Can Diabetes Cause Cirrhosis?

questionsCan Diabetes Cause Complications to the Liver and Kidneys

written by: DulceCorazon • edited by: Diana Cooper • updated: 8/23/2010

Can diabetes cause liver and kidney issues? Uncontrolled diabetes is known to cause diabetic nephropathy. But liver disease? Find out.

  • Overview

    Can diabetes cause liver and kidney issues? This is a common question among diabetics. By definition, diabetes is a disease characterized by high levels of blood sugar due to the lack of insulin in the body or to the body’s inability to respond to the presence of insulin. Insulin is the hormone that allows the sugar to get to the cells and provide them with energy.

    Uncontrolled diabetes can frequently result in many complications which cause damage to important body organs like the liver, kidneys, eyes and nerves. It can also result in other conditions like heart disease and stroke. It can lead to diabetic ketoacidosis as the body fats are being used for energy. Diabetic ketoacidosis, if not managed early, can become life threatening. Other complications of diabetes are skin and mouth infections, bone problems, like osteoporosis, and foot damage.

    Diabetes may put a person at risk of developing liver and kidney disease. Some of the more common liver and kidney complications of diabetes are non-alcoholic cirrhosis and diabetic nephropathy.

  • Non-alcoholic cirrhosis

    Cirrhosis, or the scarring of the liver, is often associated with alcohol abuse, but it can also be a complication of diabetes. Non-alcoholic cirrhosis is a general term for the scarring of the liver not due to excess alcohol consumption. In this condition, the liver is hardened is unable to function normally.High levels of sugar and cholesterol in the blood, as well as obesity, are considered contributing factors to the development of non-alcoholic liver cirrhosis in diabetic patients.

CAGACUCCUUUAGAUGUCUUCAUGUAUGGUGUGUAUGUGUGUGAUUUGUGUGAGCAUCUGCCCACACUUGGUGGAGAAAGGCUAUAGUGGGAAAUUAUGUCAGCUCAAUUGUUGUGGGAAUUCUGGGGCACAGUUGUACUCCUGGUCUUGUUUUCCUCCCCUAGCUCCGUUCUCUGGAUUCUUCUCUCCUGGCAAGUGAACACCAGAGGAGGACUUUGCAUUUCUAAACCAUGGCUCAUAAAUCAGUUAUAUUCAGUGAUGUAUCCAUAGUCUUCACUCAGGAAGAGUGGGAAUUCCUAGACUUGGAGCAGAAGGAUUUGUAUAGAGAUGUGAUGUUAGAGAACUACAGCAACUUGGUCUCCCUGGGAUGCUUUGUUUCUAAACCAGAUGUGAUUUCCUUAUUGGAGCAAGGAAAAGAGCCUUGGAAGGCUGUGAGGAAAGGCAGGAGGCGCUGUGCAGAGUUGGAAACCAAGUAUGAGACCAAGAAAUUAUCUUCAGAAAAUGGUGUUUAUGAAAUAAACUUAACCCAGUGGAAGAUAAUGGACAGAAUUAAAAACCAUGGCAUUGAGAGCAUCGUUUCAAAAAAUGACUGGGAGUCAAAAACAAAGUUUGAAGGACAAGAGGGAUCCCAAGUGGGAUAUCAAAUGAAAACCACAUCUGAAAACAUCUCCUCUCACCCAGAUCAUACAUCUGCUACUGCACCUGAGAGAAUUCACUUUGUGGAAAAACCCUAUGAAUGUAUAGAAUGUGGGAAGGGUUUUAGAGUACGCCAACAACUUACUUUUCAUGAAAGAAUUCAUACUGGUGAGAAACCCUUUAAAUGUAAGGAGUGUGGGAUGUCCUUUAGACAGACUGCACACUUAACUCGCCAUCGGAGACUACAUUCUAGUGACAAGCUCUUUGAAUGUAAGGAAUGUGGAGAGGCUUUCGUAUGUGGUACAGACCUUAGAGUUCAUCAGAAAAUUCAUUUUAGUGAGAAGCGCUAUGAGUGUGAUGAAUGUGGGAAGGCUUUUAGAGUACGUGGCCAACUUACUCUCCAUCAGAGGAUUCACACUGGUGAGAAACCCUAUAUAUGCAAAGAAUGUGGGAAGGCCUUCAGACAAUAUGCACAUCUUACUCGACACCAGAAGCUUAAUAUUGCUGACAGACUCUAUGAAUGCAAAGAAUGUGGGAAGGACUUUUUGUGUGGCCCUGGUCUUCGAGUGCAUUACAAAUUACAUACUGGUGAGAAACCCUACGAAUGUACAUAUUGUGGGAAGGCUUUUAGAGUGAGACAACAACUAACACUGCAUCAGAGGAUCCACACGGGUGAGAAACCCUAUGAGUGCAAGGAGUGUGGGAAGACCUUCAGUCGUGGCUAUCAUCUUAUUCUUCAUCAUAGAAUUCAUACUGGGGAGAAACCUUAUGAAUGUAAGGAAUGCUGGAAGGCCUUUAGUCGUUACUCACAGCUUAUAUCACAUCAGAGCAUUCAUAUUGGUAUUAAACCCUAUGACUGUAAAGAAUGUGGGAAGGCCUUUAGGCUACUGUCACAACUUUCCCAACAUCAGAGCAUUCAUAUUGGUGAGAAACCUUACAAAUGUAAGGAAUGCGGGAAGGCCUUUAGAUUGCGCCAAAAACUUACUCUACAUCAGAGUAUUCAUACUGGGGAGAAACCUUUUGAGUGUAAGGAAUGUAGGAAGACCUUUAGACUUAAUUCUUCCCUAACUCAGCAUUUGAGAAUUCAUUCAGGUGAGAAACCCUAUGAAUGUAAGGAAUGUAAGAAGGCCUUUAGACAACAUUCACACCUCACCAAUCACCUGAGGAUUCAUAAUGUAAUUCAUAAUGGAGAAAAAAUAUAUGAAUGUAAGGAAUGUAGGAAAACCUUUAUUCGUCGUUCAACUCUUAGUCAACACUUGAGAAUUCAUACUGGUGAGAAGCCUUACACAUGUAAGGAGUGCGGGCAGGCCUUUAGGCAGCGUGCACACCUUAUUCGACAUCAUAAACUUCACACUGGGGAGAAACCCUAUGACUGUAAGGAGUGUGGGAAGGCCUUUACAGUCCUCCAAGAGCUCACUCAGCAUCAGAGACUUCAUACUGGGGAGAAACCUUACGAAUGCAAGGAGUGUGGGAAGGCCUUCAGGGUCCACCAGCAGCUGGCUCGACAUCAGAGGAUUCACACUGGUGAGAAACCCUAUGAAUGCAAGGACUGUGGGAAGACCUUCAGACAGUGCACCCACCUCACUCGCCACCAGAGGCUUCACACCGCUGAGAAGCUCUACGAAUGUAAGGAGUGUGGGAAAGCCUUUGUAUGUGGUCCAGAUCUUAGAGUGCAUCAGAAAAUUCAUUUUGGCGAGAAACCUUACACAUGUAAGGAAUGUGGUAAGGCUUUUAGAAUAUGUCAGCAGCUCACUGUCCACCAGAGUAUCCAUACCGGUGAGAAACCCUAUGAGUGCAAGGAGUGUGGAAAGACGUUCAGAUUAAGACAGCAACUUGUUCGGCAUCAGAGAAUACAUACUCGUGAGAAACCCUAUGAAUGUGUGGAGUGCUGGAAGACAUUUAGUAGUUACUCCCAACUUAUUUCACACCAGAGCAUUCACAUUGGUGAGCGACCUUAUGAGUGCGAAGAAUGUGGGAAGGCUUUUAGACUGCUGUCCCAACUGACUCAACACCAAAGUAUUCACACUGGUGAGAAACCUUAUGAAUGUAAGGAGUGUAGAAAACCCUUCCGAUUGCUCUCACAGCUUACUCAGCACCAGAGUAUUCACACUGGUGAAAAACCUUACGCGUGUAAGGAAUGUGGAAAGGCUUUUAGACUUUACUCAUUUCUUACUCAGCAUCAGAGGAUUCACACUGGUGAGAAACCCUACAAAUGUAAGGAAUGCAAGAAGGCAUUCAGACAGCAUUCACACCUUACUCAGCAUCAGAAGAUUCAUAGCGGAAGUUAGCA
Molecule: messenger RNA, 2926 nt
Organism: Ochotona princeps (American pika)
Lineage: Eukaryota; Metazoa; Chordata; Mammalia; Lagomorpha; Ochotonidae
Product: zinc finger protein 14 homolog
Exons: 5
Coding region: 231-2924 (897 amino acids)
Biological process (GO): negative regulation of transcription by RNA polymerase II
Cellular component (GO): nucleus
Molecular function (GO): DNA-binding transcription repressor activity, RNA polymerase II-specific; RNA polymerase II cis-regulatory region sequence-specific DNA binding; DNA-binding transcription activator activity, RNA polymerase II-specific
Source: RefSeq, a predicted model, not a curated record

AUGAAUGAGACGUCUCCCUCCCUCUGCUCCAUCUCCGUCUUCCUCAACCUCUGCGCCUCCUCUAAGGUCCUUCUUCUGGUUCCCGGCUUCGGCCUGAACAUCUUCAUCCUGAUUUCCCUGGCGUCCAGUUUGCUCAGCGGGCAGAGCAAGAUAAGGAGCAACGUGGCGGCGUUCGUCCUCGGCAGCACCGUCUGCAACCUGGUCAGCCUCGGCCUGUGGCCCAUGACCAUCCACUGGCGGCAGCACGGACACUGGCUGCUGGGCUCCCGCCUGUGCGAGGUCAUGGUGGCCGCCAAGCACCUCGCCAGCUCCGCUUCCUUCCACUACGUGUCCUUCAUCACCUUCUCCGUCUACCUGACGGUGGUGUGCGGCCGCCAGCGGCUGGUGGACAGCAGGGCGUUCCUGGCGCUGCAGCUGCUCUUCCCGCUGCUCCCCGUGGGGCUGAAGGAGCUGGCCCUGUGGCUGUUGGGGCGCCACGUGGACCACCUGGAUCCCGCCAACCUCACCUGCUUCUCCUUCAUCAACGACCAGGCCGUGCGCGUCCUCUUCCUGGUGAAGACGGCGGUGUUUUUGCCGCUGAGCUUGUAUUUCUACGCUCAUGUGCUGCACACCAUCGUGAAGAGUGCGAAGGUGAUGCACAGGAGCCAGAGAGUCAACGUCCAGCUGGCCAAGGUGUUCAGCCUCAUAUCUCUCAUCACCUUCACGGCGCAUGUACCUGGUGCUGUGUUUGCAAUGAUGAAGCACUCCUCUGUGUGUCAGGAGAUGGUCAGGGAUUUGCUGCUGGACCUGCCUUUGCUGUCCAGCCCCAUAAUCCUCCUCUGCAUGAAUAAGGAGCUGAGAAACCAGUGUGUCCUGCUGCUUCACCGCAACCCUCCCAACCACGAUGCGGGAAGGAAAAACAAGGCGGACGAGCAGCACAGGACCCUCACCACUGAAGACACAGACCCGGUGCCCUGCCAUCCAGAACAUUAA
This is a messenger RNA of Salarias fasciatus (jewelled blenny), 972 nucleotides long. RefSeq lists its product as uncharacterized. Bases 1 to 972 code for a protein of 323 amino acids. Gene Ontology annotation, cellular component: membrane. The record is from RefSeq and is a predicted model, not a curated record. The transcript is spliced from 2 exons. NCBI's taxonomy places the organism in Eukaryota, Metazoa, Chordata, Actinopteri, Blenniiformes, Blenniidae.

Use of some drugs for the treatment of diabetes is also another factor, although not very common. Symptoms of the non-alcoholic cirrhosis include unexplained fatigue and weakness. Patients may also suffer from sudden weight loss. Non-alcoholic cirrhosis can lead to intestinal bleeding, liver failure and fluid retention. Diabetic patients can prevent the development of liver disease through healthy diet, control blood cholesterol and sugar levels, maintaining ideal weight, and avoiding alcohol intake. Regular testing with liver function test is also encouraged.

  • Diabetic nephropathy and Kidney Failure

    Diabetic nephropathy is a condition seen in some patients whose diabetes is uncontrolled and who may also have hypertension. Although the specific cause is still unknown, it is believed that high sugar levels can damage the structures inside the kidneys. These structures are responsible for filtering waste materials which are then eliminated through urination. Due to this damage, the kidneys can leak proteins in the urine.

    Symptoms of diabetic nephropathy do not usually manifest in the onset of the disease. However, when the disease advances, a person may experience unexplained headache, fatigue, nausea, poor appetite and vomiting. Affected individuals may also have a frothy-looking urine. Other symptoms include hiccups, itchy skin and swollen limbs. Treatment includes medications and lifestyle changes to stop the kidney problem from becoming worse. When diabetic nephropathy is left untreated, there is a potential risk of kidney failure. When kidney failure occurs, there is the need for regualr dialysis, in order to prevent the accumulation of waste inside the body.

    So can diabetes cause liver and kidney issues? Yes, it can. Thus, diabetic patients are often advised to lead a healthy lifestyle, eat a healthy diet, and do regular exercise to decrease the risk of complications.



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